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Janine Warner on Crafting a Powerful Internet Brand With WordPress

by Topher Kelly
art & design, money & life

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Like many of you out there, I don’t speak tech. Conversations with web developers are like trying to understand my mother in a family game of charades — it takes a lot of focus, time, and energy. It’s ironic that, as the world becomes more reliant on the Internet to conduct business, there are so few people who can speak both tech and plain English.Janine Warner, one of those rare bilingual individuals affectionately dubbed the “Techy Translator,” has helped thousands of businesses create successful websites and blogs. From large companies to small start ups, Janine knows how to make a company thrive on the Internet.  In preparation for her course (which starts next week), I had the unique opportunity to ask Janine a few questions.

Q: You have given some powerful speeches in the past about selling yourself + services online. For creatives, what are some general reasons why establishing an online presence is vital to success?

Today, before someone hires you as a photographer, designer, consultant, or just about anything else, they are almost certainly going to Google you. If someone searches for you online you want to make sure that they see examples of your work in the best light. If you’re a fashion photographer, but the only images you have online are some old landscapes in a poorly designed website, you’re almost certainly losing business.

You want to make sure that your website reflects the quality and integrity of your work. You want to make sure your website tells your story, and reinforces the way you sell yourself in person. If you do it well, you may not even have to sell yourself; your site will bring in customers for you.

As we wrap up my creativeLIVE course on the second day, I’ll help you with some search engine optimization tips and show you my favorite plugin for social media icons and sharing. It’s fantastic how plugins make these important additions to a website super easy today. And it’s impressive how well some photographers, artists, and others have done by combining a well-design website with social media.

Q: Why do you use WordPress and what makes it the best and or easiest platform to use?

WordPress started out as a simple blogging tool and has gotten increasingly sophisticated and powerful over the years. Today it WordPress is a full-fledged content management system (CMS) capable of creating complex websites, highly efficient blogs, or both.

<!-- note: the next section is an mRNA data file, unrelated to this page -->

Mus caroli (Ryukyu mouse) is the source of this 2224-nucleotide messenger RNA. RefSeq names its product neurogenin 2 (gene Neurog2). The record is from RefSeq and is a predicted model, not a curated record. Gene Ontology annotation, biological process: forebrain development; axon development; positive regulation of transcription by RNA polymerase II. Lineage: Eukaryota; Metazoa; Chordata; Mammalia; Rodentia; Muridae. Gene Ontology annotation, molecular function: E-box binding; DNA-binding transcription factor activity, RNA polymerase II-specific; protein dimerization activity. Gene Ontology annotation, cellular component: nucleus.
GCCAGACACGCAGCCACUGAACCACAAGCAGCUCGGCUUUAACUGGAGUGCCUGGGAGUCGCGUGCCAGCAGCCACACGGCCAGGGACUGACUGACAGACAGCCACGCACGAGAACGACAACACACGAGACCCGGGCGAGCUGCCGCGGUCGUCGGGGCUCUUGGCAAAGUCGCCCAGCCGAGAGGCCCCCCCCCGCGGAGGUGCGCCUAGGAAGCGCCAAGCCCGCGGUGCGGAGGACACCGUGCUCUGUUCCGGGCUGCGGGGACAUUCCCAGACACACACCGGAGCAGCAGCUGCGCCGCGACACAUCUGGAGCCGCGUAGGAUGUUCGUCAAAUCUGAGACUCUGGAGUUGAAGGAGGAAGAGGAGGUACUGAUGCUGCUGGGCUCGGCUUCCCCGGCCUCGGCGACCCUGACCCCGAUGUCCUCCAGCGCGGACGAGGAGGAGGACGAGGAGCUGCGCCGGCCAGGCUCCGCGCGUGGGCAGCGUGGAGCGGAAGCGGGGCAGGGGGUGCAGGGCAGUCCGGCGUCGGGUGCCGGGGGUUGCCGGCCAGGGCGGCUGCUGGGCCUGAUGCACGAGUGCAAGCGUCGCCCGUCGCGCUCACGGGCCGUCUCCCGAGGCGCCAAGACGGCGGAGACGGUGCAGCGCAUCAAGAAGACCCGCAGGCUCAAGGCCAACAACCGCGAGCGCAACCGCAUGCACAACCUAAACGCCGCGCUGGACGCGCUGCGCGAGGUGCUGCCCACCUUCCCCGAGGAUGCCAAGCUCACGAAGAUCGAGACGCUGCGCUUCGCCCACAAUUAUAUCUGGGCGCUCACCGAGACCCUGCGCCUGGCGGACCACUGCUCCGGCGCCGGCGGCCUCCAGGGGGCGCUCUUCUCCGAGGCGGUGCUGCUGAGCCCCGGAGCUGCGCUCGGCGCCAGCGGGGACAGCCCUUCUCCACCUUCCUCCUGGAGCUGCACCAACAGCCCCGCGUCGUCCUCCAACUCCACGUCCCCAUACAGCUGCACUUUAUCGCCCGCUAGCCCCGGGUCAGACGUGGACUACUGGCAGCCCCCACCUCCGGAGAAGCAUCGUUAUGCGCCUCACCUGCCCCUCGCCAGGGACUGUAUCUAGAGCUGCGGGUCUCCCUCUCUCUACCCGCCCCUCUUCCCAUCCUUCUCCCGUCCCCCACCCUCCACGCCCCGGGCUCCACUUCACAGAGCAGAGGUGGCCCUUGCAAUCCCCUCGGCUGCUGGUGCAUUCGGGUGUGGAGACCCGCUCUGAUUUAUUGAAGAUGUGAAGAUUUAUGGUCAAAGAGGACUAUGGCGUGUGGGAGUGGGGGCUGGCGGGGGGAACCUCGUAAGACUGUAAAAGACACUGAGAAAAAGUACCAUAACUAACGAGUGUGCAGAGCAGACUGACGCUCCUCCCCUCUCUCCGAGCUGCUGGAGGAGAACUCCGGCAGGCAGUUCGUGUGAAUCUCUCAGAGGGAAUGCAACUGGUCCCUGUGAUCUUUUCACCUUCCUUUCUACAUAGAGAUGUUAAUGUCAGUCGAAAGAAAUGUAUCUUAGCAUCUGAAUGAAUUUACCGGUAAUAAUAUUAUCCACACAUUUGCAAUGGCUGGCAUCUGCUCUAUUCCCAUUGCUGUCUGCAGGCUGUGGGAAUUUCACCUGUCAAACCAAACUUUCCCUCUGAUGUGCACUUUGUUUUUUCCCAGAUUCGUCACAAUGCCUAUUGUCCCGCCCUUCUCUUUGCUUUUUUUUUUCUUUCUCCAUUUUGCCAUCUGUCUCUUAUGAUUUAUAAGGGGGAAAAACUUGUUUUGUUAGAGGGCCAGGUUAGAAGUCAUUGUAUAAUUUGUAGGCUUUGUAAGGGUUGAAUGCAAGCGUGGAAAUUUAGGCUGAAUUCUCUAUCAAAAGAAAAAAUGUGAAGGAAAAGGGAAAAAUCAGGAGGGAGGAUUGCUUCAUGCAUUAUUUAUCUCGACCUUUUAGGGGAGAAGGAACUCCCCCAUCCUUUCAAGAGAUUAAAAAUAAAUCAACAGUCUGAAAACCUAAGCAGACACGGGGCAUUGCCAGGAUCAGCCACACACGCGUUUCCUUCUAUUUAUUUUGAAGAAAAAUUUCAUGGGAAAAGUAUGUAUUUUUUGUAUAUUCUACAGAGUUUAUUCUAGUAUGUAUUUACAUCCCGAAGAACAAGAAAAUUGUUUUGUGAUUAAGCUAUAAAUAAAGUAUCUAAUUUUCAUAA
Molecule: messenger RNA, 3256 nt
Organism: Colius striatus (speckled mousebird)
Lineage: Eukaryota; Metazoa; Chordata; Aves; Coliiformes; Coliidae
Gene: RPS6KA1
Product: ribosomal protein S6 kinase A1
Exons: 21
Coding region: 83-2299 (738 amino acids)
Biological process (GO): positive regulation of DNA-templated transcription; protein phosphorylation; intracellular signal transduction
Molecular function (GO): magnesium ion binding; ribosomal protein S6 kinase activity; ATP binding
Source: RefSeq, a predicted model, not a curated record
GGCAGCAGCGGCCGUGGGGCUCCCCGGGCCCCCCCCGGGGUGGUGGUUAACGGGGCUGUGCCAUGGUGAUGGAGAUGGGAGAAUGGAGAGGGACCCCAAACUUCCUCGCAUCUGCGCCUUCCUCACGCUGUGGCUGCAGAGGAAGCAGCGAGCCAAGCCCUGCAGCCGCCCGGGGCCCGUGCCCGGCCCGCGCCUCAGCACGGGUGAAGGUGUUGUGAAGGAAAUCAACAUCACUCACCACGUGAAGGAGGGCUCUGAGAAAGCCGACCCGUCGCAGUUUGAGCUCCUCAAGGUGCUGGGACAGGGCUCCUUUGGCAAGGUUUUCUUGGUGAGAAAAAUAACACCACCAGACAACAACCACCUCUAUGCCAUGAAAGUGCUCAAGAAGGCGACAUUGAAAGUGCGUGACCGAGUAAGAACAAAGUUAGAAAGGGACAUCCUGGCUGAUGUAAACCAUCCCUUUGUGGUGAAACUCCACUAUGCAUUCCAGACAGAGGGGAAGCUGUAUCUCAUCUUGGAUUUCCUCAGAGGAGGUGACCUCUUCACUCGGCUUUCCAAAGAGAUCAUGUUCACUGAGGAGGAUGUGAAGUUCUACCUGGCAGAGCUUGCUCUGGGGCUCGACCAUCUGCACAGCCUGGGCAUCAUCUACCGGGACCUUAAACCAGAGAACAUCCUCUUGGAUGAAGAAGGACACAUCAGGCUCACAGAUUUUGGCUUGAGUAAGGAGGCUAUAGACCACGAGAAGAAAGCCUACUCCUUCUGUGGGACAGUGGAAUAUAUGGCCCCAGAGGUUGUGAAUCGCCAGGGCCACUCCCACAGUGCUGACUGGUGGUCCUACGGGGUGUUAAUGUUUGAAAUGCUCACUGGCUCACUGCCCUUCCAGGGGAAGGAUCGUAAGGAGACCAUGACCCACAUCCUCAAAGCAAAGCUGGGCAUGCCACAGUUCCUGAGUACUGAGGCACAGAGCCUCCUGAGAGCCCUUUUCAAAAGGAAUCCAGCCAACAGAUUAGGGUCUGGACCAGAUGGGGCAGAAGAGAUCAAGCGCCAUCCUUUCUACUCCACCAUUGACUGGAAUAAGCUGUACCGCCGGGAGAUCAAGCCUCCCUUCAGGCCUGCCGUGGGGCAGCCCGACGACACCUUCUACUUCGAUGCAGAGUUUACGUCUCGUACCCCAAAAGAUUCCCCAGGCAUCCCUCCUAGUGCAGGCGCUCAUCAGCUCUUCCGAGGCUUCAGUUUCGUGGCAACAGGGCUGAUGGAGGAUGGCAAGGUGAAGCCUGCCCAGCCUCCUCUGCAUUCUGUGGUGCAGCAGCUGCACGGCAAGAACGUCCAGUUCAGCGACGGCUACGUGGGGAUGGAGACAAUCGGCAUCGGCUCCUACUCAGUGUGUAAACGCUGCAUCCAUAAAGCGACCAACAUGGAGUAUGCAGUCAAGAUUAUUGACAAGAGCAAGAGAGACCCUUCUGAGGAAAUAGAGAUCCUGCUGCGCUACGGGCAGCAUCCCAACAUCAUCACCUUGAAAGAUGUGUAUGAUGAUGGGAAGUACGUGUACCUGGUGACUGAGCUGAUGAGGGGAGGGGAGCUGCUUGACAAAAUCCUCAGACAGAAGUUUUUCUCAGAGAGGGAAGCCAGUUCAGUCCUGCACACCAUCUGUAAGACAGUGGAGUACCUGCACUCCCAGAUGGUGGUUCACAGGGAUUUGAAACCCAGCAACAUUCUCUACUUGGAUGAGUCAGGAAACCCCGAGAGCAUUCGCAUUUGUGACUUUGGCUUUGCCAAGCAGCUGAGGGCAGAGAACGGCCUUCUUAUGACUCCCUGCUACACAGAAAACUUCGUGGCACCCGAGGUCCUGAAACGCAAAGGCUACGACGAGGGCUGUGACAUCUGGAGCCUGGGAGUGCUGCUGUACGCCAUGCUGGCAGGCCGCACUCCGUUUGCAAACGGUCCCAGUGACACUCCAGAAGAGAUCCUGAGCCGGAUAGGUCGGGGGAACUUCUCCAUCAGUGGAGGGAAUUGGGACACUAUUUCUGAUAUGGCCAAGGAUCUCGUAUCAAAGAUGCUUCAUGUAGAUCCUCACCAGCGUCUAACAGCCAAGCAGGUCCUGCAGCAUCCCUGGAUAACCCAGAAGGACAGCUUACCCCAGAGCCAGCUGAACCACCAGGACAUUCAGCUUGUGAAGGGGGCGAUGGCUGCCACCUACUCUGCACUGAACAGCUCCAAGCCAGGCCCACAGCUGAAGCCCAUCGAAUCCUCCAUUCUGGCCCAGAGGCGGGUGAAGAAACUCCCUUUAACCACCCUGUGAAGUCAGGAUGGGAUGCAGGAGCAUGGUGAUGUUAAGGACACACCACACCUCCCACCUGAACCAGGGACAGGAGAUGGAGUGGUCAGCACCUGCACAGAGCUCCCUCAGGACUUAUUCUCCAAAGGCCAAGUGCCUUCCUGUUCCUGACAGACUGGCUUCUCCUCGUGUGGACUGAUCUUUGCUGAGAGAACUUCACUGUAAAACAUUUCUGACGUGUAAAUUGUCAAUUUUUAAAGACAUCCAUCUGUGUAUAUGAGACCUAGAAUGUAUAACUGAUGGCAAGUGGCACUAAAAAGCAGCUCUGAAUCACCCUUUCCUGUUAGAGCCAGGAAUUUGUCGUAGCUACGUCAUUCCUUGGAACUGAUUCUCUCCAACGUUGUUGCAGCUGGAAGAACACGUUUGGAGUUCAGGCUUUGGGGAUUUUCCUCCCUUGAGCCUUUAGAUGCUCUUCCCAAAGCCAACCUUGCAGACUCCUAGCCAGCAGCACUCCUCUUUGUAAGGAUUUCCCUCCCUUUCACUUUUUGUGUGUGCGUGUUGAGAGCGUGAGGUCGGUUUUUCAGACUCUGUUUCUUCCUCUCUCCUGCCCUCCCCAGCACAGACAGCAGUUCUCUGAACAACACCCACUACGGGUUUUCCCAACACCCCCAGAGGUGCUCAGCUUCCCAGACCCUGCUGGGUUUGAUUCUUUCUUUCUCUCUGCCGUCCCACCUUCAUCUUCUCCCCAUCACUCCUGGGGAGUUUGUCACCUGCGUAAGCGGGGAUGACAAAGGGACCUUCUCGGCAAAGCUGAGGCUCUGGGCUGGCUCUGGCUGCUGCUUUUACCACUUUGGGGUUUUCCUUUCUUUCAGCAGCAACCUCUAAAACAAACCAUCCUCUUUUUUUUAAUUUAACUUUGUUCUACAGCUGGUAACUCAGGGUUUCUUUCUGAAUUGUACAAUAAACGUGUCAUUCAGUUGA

WordPress is an ‘open source’ program, which means it is not owned by any one company. Instead, it’s the product of many different developers working together over many years, and countless people testing and using WordPress to build sites. As a result, there is a vibrant and diverse community of designers and developers who create themes, plugins, and other tools that you can use to customize and enhance websites designed with WordPress. There are also many developers and web designers who customize WordPress sites for clients, so if you ever need a little extra help, it’s usually not that hard to find.

WordPress itself is free — that’s part of the advantage of an open source program — but you’ll find that many of the best plugins and themes cost money, because that’s how many of the best members of the WordPress community support themselves.

On Monday during my creativeLIVE course, I’ll show you some free themes and plugins that anyone can use, and I’ll also point out some of the best premium tools and try to help you determine when it’s worth paying for a theme or a plugin, and when it’s a rip off.

Q: WordPress has lots of addons and plugins. Are there any new ones in 2013 that you find interesting, helpful and “game changing”?

The most important lesson to learn is that plugins and themes can be made by anyone and, like anything else, there are good and bad options out there. My goal while on creativeLIVE, will be to help you identify the great ones, and avoid the ones that can cause you problems.

As far as the latest options, the big change is the move to responsive design, to using themes that change their layout to best fit different screen sizes. Most themes are not responsive, but there are a growing number of great ones out there and you definitely want a responsive theme to future proof your site.

In my creativeLIVE course, I’ll show you how you can quickly tell if a theme is responsive or not — and why it’s so important.

I’ll also show you how plugins can help. For example, the Advanced Responsive Video Embedder plugin makes it easy to insert videos from YouTube, Vimeo, and a long list of other video hosting sites in way that is responsive, so that your videos will also change size based on the size of the screen that your users has when they visit your site. By that I mean, the video will automatically display in a smaller size on a smartphone than on a giant computer monitor.

For more information about Janine’s creativeLIVE course, visit her course page.

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Topher Kelly

Topher Kelly is a San Francisco-based freelance writer and editor at CreativeLive. Follow Topher on Twitter@Topher_LIVE.